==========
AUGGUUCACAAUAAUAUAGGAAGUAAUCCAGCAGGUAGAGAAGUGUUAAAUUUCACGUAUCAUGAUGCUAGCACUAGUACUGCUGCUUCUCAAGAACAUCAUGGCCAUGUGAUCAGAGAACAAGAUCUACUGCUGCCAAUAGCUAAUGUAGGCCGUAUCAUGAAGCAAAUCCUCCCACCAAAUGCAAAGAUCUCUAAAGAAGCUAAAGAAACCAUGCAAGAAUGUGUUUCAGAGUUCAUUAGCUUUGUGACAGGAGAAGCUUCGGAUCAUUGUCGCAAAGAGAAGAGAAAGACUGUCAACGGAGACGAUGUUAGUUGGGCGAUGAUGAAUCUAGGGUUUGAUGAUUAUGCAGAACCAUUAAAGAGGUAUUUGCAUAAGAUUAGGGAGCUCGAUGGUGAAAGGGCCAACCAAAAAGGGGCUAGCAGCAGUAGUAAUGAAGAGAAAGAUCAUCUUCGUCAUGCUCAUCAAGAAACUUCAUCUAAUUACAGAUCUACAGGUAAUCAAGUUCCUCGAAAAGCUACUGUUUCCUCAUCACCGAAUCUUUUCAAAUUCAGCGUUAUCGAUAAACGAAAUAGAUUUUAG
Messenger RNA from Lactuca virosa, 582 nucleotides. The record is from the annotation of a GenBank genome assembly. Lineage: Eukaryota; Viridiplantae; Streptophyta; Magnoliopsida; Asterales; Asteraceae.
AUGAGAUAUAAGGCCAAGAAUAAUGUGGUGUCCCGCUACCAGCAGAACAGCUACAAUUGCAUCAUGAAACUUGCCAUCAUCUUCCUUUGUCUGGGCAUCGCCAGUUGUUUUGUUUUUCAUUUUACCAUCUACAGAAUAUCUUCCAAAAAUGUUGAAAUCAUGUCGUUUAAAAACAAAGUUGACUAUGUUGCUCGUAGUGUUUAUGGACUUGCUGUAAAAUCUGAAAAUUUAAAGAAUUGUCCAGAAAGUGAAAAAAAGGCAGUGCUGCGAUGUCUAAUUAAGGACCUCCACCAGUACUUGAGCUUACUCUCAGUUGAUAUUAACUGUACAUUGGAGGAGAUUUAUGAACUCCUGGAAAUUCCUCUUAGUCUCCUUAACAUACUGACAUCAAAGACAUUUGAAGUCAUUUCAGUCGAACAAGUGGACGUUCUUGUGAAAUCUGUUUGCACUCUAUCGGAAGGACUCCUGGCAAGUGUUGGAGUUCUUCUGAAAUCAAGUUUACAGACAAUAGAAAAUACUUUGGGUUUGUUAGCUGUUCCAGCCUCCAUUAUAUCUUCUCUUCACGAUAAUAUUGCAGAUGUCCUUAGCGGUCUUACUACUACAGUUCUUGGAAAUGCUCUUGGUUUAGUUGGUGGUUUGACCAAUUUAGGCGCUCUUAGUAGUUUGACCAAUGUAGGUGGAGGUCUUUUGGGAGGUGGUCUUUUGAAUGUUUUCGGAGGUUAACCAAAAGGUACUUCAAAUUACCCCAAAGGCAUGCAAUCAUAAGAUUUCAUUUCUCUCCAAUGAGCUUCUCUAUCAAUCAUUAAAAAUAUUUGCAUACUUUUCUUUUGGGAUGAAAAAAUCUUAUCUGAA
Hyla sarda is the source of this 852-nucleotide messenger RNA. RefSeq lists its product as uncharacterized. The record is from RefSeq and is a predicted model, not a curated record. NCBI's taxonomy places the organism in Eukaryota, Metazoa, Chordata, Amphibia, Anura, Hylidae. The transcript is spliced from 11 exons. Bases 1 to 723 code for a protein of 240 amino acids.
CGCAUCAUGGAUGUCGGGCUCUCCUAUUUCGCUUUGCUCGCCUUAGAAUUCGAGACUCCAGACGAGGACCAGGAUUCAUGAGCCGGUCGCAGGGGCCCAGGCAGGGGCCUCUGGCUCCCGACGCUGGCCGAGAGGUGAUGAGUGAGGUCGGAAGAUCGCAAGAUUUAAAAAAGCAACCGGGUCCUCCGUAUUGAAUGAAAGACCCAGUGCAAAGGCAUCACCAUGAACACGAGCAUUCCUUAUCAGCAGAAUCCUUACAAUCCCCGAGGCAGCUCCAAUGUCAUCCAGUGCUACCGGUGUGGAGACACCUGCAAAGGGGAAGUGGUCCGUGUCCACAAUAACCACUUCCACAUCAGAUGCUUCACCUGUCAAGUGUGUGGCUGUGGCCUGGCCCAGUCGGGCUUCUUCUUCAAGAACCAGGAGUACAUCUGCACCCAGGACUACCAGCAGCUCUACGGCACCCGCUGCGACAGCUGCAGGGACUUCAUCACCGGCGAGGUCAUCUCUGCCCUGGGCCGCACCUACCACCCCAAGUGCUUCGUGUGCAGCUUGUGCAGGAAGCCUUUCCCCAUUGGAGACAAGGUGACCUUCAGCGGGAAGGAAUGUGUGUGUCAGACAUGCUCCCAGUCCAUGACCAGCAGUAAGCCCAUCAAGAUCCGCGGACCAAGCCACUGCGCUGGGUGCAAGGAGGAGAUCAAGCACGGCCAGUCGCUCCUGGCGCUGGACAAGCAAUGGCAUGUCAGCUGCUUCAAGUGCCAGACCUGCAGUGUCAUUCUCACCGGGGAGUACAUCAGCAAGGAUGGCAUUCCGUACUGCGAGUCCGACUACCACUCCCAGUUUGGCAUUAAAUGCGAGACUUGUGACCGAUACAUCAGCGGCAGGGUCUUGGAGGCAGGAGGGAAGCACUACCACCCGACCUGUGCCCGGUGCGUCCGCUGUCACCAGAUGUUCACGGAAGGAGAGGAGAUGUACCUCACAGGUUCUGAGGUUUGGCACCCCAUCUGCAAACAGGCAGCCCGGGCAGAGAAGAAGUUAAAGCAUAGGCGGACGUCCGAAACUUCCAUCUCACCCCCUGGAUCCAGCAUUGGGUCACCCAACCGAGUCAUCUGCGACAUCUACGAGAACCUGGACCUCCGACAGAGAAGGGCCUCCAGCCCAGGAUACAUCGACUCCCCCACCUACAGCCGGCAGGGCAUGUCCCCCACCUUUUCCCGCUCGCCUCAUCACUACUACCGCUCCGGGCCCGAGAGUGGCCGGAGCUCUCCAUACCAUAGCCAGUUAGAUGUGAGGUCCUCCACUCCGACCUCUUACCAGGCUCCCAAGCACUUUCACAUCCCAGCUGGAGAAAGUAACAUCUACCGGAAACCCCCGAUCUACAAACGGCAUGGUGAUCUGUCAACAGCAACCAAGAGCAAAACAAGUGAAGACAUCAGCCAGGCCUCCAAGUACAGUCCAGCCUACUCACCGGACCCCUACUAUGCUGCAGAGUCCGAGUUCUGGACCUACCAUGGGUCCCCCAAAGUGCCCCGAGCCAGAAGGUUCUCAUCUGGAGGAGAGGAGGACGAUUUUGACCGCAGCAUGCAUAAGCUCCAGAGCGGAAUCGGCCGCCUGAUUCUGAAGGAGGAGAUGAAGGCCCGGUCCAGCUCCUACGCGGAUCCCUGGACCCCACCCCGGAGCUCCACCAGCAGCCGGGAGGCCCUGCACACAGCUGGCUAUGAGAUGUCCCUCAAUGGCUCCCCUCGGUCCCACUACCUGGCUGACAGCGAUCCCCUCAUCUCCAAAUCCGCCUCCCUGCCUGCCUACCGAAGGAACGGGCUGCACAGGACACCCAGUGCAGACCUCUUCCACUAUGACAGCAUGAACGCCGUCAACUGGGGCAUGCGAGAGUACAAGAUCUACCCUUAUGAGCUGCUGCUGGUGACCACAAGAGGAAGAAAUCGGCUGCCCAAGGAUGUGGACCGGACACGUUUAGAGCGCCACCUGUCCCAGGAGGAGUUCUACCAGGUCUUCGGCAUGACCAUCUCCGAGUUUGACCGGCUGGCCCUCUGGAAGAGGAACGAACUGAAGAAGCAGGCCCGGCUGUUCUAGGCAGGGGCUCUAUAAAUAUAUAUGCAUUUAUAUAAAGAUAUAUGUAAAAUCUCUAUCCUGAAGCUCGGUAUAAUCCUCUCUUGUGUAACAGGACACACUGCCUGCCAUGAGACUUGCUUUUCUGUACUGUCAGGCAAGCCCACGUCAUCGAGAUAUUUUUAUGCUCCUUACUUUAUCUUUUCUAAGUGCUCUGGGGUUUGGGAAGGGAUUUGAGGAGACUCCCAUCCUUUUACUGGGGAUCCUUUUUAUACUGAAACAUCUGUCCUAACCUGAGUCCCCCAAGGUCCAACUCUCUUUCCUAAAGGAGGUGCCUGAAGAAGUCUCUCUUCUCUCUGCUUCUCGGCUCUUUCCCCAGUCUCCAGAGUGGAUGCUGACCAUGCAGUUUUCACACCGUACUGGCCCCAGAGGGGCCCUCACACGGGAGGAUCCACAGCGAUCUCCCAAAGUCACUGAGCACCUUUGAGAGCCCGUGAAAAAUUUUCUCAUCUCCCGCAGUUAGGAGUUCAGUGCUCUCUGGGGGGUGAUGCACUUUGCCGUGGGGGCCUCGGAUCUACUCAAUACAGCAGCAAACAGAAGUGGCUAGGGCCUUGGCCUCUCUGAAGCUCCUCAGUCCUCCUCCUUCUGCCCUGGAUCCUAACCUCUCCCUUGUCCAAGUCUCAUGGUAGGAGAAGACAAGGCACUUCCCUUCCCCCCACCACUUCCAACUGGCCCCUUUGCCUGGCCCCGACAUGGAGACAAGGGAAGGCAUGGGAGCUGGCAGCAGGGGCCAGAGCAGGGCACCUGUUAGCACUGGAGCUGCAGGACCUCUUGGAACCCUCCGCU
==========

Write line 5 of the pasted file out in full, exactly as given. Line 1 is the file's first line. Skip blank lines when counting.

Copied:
CGCAUCAUGGAUGUCGGGCUCUCCUAUUUCGCUUUGCUCGCCUUAGAAUUCGAGACUCCAGACGAGGACCAGGAUUCAUGAGCCGGUCGCAGGGGCCCAGGCAGGGGCCUCUGGCUCCCGACGCUGGCCGAGAGGUGAUGAGUGAGGUCGGAAGAUCGCAAGAUUUAAAAAAGCAACCGGGUCCUCCGUAUUGAAUGAAAGACCCAGUGCAAAGGCAUCACCAUGAACACGAGCAUUCCUUAUCAGCAGAAUCCUUACAAUCCCCGAGGCAGCUCCAAUGUCAUCCAGUGCUACCGGUGUGGAGACACCUGCAAAGGGGAAGUGGUCCGUGUCCACAAUAACCACUUCCACAUCAGAUGCUUCACCUGUCAAGUGUGUGGCUGUGGCCUGGCCCAGUCGGGCUUCUUCUUCAAGAACCAGGAGUACAUCUGCACCCAGGACUACCAGCAGCUCUACGGCACCCGCUGCGACAGCUGCAGGGACUUCAUCACCGGCGAGGUCAUCUCUGCCCUGGGCCGCACCUACCACCCCAAGUGCUUCGUGUGCAGCUUGUGCAGGAAGCCUUUCCCCAUUGGAGACAAGGUGACCUUCAGCGGGAAGGAAUGUGUGUGUCAGACAUGCUCCCAGUCCAUGACCAGCAGUAAGCCCAUCAAGAUCCGCGGACCAAGCCACUGCGCUGGGUGCAAGGAGGAGAUCAAGCACGGCCAGUCGCUCCUGGCGCUGGACAAGCAAUGGCAUGUCAGCUGCUUCAAGUGCCAGACCUGCAGUGUCAUUCUCACCGGGGAGUACAUCAGCAAGGAUGGCAUUCCGUACUGCGAGUCCGACUACCACUCCCAGUUUGGCAUUAAAUGCGAGACUUGUGACCGAUACAUCAGCGGCAGGGUCUUGGAGGCAGGAGGGAAGCACUACCACCCGACCUGUGCCCGGUGCGUCCGCUGUCACCAGAUGUUCACGGAAGGAGAGGAGAUGUACCUCACAGGUUCUGAGGUUUGGCACCCCAUCUGCAAACAGGCAGCCCGGGCAGAGAAGAAGUUAAAGCAUAGGCGGACGUCCGAAACUUCCAUCUCACCCCCUGGAUCCAGCAUUGGGUCACCCAACCGAGUCAUCUGCGACAUCUACGAGAACCUGGACCUCCGACAGAGAAGGGCCUCCAGCCCAGGAUACAUCGACUCCCCCACCUACAGCCGGCAGGGCAUGUCCCCCACCUUUUCCCGCUCGCCUCAUCACUACUACCGCUCCGGGCCCGAGAGUGGCCGGAGCUCUCCAUACCAUAGCCAGUUAGAUGUGAGGUCCUCCACUCCGACCUCUUACCAGGCUCCCAAGCACUUUCACAUCCCAGCUGGAGAAAGUAACAUCUACCGGAAACCCCCGAUCUACAAACGGCAUGGUGAUCUGUCAACAGCAACCAAGAGCAAAACAAGUGAAGACAUCAGCCAGGCCUCCAAGUACAGUCCAGCCUACUCACCGGACCCCUACUAUGCUGCAGAGUCCGAGUUCUGGACCUACCAUGGGUCCCCCAAAGUGCCCCGAGCCAGAAGGUUCUCAUCUGGAGGAGAGGAGGACGAUUUUGACCGCAGCAUGCAUAAGCUCCAGAGCGGAAUCGGCCGCCUGAUUCUGAAGGAGGAGAUGAAGGCCCGGUCCAGCUCCUACGCGGAUCCCUGGACCCCACCCCGGAGCUCCACCAGCAGCCGGGAGGCCCUGCACACAGCUGGCUAUGAGAUGUCCCUCAAUGGCUCCCCUCGGUCCCACUACCUGGCUGACAGCGAUCCCCUCAUCUCCAAAUCCGCCUCCCUGCCUGCCUACCGAAGGAACGGGCUGCACAGGACACCCAGUGCAGACCUCUUCCACUAUGACAGCAUGAACGCCGUCAACUGGGGCAUGCGAGAGUACAAGAUCUACCCUUAUGAGCUGCUGCUGGUGACCACAAGAGGAAGAAAUCGGCUGCCCAAGGAUGUGGACCGGACACGUUUAGAGCGCCACCUGUCCCAGGAGGAGUUCUACCAGGUCUUCGGCAUGACCAUCUCCGAGUUUGACCGGCUGGCCCUCUGGAAGAGGAACGAACUGAAGAAGCAGGCCCGGCUGUUCUAGGCAGGGGCUCUAUAAAUAUAUAUGCAUUUAUAUAAAGAUAUAUGUAAAAUCUCUAUCCUGAAGCUCGGUAUAAUCCUCUCUUGUGUAACAGGACACACUGCCUGCCAUGAGACUUGCUUUUCUGUACUGUCAGGCAAGCCCACGUCAUCGAGAUAUUUUUAUGCUCCUUACUUUAUCUUUUCUAAGUGCUCUGGGGUUUGGGAAGGGAUUUGAGGAGACUCCCAUCCUUUUACUGGGGAUCCUUUUUAUACUGAAACAUCUGUCCUAACCUGAGUCCCCCAAGGUCCAACUCUCUUUCCUAAAGGAGGUGCCUGAAGAAGUCUCUCUUCUCUCUGCUUCUCGGCUCUUUCCCCAGUCUCCAGAGUGGAUGCUGACCAUGCAGUUUUCACACCGUACUGGCCCCAGAGGGGCCCUCACACGGGAGGAUCCACAGCGAUCUCCCAAAGUCACUGAGCACCUUUGAGAGCCCGUGAAAAAUUUUCUCAUCUCCCGCAGUUAGGAGUUCAGUGCUCUCUGGGGGGUGAUGCACUUUGCCGUGGGGGCCUCGGAUCUACUCAAUACAGCAGCAAACAGAAGUGGCUAGGGCCUUGGCCUCUCUGAAGCUCCUCAGUCCUCCUCCUUCUGCCCUGGAUCCUAACCUCUCCCUUGUCCAAGUCUCAUGGUAGGAGAAGACAAGGCACUUCCCUUCCCCCCACCACUUCCAACUGGCCCCUUUGCCUGGCCCCGACAUGGAGACAAGGGAAGGCAUGGGAGCUGGCAGCAGGGGCCAGAGCAGGGCACCUGUUAGCACUGGAGCUGCAGGACCUCUUGGAACCCUCCGCU